Signing with a contender is reportedly a goal of Castro’s, but it wouldn’t guarantee that he plays every day, the way he has for the first 10 seasons of his career. If he prioritized an everyday job, he could also sign somewhere like Detroit, where he’d be all but guaranteed 162 starts a year if he wants them, but he would likely toil in obscurity until the contract runs out again, just like he has for the last two seasons. Such a situation would give him the freedom to continue racking up hits with abandon, and perhaps that would be enough to convince teams on a year-to-year basis that he is worth dedicating serious playing time to.
Where he ends up going could be telling of not only how the industry sees players like Castro, but also of how much importance he places in his own unlikely milestone chase. Signing with a contender to take a part-time role would likely eliminate whatever chance he has at reaching 3,000 hits, but in the right platoon/coaching situation, it could potentially make him a better player, too. Ironically, Castro’s best chance at achieving the most career longevity possible might involve him converting to a part-time role. Less than 55% of the way to that lofty milestone, it’s still far too early for the rest of us to begin taking this chase seriously. But Castro very well might. And if he does, then every decision from this point forward counts.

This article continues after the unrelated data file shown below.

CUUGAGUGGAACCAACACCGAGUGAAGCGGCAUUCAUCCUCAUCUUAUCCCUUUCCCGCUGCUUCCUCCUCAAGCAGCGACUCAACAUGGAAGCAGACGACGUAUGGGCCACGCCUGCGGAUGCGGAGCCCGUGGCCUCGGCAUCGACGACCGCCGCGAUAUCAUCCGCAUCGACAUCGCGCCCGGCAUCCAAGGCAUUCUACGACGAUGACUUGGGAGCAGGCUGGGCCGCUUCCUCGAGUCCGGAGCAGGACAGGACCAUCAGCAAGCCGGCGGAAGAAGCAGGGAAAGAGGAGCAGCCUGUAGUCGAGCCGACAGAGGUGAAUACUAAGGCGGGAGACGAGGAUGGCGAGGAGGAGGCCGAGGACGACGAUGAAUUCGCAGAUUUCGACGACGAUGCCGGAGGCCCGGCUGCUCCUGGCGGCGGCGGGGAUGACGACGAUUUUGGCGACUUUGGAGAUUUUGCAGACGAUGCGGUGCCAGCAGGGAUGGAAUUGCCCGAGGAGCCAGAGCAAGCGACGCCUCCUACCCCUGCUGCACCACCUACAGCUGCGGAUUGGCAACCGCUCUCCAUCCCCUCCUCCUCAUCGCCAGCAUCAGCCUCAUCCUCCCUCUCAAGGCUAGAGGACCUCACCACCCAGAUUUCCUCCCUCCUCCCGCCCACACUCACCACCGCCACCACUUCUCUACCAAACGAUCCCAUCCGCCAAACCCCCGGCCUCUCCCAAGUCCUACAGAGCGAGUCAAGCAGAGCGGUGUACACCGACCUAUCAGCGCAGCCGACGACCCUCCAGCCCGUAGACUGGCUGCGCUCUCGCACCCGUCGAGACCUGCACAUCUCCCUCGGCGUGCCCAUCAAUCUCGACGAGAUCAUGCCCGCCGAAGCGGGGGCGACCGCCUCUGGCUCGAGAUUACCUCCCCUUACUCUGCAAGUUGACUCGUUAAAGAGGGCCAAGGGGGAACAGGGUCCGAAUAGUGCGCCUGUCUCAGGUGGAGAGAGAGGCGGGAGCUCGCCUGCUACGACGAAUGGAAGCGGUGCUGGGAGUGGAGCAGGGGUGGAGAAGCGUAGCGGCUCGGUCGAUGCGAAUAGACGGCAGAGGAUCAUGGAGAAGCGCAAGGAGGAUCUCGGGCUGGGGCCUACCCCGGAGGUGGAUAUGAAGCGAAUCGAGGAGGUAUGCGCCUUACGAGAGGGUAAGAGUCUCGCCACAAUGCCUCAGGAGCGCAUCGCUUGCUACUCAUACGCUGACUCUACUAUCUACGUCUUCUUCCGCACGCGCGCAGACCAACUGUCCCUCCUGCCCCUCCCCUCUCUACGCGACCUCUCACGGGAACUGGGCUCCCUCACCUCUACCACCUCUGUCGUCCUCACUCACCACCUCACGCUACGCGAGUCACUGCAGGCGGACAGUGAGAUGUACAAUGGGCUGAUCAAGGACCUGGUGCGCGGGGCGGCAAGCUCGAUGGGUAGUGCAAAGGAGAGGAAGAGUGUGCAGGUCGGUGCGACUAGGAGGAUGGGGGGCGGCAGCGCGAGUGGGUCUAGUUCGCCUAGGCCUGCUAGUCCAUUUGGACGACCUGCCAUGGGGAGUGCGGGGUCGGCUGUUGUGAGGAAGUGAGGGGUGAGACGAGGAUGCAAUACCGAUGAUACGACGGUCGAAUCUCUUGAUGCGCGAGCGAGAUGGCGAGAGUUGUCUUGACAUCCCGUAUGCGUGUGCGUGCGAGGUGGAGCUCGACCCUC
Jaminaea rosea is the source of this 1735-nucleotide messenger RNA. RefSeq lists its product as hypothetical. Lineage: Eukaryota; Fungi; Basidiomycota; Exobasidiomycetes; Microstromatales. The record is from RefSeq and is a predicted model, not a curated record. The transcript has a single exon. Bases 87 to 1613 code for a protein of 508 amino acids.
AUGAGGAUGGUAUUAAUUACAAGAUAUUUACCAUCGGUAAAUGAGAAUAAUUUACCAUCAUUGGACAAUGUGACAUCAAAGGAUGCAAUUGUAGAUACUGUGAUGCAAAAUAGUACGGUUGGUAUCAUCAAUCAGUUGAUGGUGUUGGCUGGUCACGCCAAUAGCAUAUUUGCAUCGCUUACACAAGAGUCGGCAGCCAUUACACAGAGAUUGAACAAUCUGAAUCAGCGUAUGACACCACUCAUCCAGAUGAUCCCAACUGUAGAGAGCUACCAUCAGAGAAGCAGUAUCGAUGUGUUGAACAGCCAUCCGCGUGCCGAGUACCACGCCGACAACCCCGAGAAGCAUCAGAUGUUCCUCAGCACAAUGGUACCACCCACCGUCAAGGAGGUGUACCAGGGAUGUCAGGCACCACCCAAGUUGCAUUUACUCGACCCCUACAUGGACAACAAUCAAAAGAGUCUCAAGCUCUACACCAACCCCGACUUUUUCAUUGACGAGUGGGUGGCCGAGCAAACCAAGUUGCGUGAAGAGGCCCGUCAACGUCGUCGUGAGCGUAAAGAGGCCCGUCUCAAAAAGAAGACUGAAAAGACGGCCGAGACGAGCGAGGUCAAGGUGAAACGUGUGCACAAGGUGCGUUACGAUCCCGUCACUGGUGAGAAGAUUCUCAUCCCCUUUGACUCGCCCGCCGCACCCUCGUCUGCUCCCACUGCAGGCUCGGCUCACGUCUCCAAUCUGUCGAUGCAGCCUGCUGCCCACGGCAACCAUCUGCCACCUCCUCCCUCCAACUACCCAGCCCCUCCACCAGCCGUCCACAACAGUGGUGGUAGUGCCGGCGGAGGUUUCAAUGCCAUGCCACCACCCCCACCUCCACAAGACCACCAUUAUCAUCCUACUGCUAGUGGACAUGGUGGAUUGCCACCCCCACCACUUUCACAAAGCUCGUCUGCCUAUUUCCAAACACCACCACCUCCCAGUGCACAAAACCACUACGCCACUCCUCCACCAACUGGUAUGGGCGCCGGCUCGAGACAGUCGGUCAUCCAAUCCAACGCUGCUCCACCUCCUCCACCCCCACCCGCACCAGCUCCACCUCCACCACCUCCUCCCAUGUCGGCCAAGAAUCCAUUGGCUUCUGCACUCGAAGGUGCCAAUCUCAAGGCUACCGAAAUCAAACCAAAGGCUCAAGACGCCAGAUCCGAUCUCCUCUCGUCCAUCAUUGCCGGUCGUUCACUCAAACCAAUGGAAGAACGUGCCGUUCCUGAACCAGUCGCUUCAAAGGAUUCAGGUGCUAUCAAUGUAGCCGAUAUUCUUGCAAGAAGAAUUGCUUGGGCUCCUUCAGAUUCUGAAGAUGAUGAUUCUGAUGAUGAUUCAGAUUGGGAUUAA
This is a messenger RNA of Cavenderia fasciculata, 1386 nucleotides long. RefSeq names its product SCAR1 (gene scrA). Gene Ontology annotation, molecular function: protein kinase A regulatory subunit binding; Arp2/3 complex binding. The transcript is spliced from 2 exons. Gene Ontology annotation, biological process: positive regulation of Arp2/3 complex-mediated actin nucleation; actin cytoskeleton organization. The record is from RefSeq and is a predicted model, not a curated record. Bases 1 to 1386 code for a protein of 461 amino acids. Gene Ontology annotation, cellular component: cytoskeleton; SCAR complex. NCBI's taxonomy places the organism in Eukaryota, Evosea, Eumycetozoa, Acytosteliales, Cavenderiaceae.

Tony is a contributor for FanGraphs. He began writing for Red Reporter in 2016, and has also covered prep sports for the Times West Virginian and college sports for Ohio University's The Post. He can be found on Twitter at @_TonyWolfe_.